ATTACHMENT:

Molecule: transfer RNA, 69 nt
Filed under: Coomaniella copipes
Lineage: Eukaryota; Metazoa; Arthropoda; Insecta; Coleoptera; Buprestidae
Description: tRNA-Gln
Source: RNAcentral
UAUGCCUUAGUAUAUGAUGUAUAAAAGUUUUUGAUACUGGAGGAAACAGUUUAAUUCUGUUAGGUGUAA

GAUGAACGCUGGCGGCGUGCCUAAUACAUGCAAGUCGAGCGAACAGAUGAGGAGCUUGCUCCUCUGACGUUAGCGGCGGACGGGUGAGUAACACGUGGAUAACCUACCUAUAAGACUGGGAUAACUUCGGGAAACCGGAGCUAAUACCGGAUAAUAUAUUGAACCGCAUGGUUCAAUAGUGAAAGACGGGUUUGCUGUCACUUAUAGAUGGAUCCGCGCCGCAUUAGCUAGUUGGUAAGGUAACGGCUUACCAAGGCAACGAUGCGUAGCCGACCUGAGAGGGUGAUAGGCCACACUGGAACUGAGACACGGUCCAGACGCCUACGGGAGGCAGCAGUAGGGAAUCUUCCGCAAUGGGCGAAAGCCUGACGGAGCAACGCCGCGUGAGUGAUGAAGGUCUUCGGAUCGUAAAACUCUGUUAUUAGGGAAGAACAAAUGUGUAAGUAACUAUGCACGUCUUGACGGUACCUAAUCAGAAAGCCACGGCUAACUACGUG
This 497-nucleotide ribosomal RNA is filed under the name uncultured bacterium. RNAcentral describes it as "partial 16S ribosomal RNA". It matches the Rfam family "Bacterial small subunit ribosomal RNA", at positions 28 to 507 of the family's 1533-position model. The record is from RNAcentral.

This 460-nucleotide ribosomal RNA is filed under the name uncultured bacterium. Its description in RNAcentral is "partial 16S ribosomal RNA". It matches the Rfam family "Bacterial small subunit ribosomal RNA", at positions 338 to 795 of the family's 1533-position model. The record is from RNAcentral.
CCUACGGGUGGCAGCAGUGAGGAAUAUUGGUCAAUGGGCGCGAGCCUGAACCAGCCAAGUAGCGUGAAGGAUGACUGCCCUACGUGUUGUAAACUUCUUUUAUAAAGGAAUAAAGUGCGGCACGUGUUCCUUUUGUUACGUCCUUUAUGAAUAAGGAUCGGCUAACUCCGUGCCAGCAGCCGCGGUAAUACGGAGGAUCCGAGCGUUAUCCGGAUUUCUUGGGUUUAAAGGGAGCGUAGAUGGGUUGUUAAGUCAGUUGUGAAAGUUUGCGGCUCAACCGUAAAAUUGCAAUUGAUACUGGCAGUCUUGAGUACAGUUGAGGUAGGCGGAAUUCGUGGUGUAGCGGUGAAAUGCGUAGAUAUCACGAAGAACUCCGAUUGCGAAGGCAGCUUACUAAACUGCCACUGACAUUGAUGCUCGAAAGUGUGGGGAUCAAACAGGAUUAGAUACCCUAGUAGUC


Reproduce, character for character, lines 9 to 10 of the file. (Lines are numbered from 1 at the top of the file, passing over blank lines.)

This 460-nucleotide ribosomal RNA is filed under the name uncultured bacterium. Its description in RNAcentral is "partial 16S ribosomal RNA". It matches the Rfam family "Bacterial small subunit ribosomal RNA", at positions 338 to 795 of the family's 1533-position model. The record is from RNAcentral.
CCUACGGGUGGCAGCAGUGAGGAAUAUUGGUCAAUGGGCGCGAGCCUGAACCAGCCAAGUAGCGUGAAGGAUGACUGCCCUACGUGUUGUAAACUUCUUUUAUAAAGGAAUAAAGUGCGGCACGUGUUCCUUUUGUUACGUCCUUUAUGAAUAAGGAUCGGCUAACUCCGUGCCAGCAGCCGCGGUAAUACGGAGGAUCCGAGCGUUAUCCGGAUUUCUUGGGUUUAAAGGGAGCGUAGAUGGGUUGUUAAGUCAGUUGUGAAAGUUUGCGGCUCAACCGUAAAAUUGCAAUUGAUACUGGCAGUCUUGAGUACAGUUGAGGUAGGCGGAAUUCGUGGUGUAGCGGUGAAAUGCGUAGAUAUCACGAAGAACUCCGAUUGCGAAGGCAGCUUACUAAACUGCCACUGACAUUGAUGCUCGAAAGUGUGGGGAUCAAACAGGAUUAGAUACCCUAGUAGUC